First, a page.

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Table 1 0 Table 1.1 Table 2.1 LIST OF TABLES Page Approximate pH range and color change of the sulphonephthalein indicators. Calculated pH values are shown for replicate sea water samples. Sea water samples were obtained from different Niskin bottles closed at the same depth. It is useful to note that these comparisons are relatively free of inadvertent bias. Since indicator concentrations were generally only consistent within 10%, "replicate" absorbances at each wavelength are distinctly different Consequently, concordant ratios (R=573A/433A) are obtained as welcome surprises. In addition to these comparisons, which suggest that hydrogen ion concentrations in sea water can be measured to 0.10% or better, our examinations of indicator and system stability evidenced no cases of pH dri ft greater than .0008 for periods on the order of 2 hr. Summary of molar absorptivity ratios for bromocresol green at 25 oc. vi 7 30 50

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Table 2.2 Table 2.3. Table 2.4 Table 2.5 Table 2.6 Best fit values from four separate salt solution experiments (25 OC). Comparison of selected values of Fl3t corrected to 25 oc and S = 35. Best fit values for S = 35 sea water at 25 oc [log 1l31 = 4.4166] Comparison of values of s 131 at 25 C in S = 35 sea water. Calculated log Il3t T values at S = 35 and 25C determined using the s 131 results given in Table 2.4. 54 56 57 59 67 Table 2.7 7 2 Replicate measurements on sea water (S = 35.171) using a one step acid addition. Total alkalinity is expressed as meq/kg(sw). Table 3.1 8 6 Table 3.2 Table A.1 Calculation scheme and values calculated from primary data Measurements of sea water alkalinity (8=35.217, 25 oc) made over a period of 10 days. Wavelengths of maximum absorption and extinction coefficient ratios for various indicators Vll 87 108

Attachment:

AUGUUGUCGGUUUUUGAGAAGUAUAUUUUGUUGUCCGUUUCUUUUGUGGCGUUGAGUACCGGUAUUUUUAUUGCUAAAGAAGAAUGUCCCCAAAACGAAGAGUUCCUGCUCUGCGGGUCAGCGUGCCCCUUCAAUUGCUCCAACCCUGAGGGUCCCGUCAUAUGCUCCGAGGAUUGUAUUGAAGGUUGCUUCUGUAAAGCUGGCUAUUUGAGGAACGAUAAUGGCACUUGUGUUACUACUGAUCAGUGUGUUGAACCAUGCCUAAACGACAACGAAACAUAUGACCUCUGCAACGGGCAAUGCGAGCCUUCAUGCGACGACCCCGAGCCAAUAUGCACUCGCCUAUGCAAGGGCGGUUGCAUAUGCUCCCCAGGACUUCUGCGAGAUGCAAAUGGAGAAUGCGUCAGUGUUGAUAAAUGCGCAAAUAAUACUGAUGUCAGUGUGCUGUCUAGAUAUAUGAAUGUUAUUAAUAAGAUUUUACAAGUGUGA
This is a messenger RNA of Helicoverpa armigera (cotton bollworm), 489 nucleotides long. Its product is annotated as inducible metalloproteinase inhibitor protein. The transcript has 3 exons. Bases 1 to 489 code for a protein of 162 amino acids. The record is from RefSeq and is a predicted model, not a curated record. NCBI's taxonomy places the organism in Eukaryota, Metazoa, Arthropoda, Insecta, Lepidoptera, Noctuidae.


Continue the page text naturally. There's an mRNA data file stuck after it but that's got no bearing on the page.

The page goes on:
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Figure 1.1 Figure 1.2 Figure 1.3 LIST OF FIGURES pH vs salinity results are shown for all off-axis stations within our study area (a rectangular area approximately 140 by 200 km). All measurements were obtained at 25 C and 1 atm total pressure. A quadratic fit to our pH vs salinity results is shown for data such that S > 34.50. Our best-fit line is given by pH = 3512.690083 203.769505S + 2 961367281S2. A histogram of residuals, pH(observed) pH(best-fit prediction), is shown for our Figure 1.2 least squares data analysis The vertical axis provides the occurrence frequency (number of calculated residuals) within each residual class On the horizontal axis each residual class is defined in terms of the midpoint 0.00025. As an example, our histogram indicates that 13 residuals were observed at = 0 (-0 00025 < < 0 00025) and 10 residuals were observed at = 0.0005 (0.00025 < < 0.00075). Vlll Page 22 24 26

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Figure 1.4 Figure 2.1 Figure 2.2 Figure 2.3 Figure 2.4 Figure 2.5 On-axis pH observations (o) are added to the offaxis pH observations ( +) shown in Figure 1.2. Absorbance vs. wavelength for the basic (1-2) and acidic (HI-) forms of bromocresol green. Residual Sum of Squares (RSS) vs. log 1 for the Mg/NaCl mixed salt data set. A value of 4.4166 is defined by the minimum residual sum of squares pHT vs log (1 -Q) over the useful indicating range of bromocresol green at S = 35 and t = 25 C. At this salinity and temperature the relationship between pHT and -log(l -Q) can be described by the function log (1 -Q) = 2.5705 I o-(0.95967pHT) log 1 T vs Salinity (at 25 C) obtained from dilutions of sea water with pure water. Linear regression of these 39 points (representing five experiments) yields log 1 T = log 1 T(35) + 0.002577(35 S) ; r2 = 0.967. At 25oc, lo g 1 T(35) = 4.2699. Plot of R(2s)IR(t) vs. temperature R(25 ) is R(t) at 25 oc. R(t) =2A/IA [1A =absorbance at 444nm and 2A= absorbance at 616nm] where 18 o c < t < 32 oc. R(25) can be calculated from R(t) using equation (2.27), [r2 = 0 .989 n= 53], R (25) = R(t) {I+ (0.00907)(t 25)} IX 28 49 53 63 66 70

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LIST OF SYMBOLS BCB = bromocresol blue BCG = bromocresol green BCP = bromocresol purple = [HL-]/[H+][L-2] : first formation constant for the indicator BCG = [HX]/[H+][X] : first formation constant for generalized reaction H++X-=>HX A.Ex = molar absorptivity coeffficient of species X at wavelength A ; defined as; absorbance/(concentration (molar) pathlength (em)). Absorptivity coeffficient ratios: e1 = 6I6EHL /444EHL; ez = 6I6EL /444EHL; e3 = 444EL /444EHL R = absorbance ratio; ie., R = zA/tA (where 2 and 1 refer to AI and A.z. [HD] = concentration of protonated 'dirt acid' [HI] = concentration of protonated indicator M = molar concentration (mol L-1) m = molal concentration (mol kg(waterr 1 ) m a = concentration of acid titrant mH = total hydrogen ion concentration; [in molal units] = [H+]T+ [HI]+ [HD] (H+)T = [H+]T +[HI-] [H+]T = [H+] + [HS04] + [HF] pH= -log [H+] pHT = -log[H+]T pmH = -log { (H+)T + [HD]} Q = { + [H+]1)1 + + [H+]-1)] }I (1+ + FT) X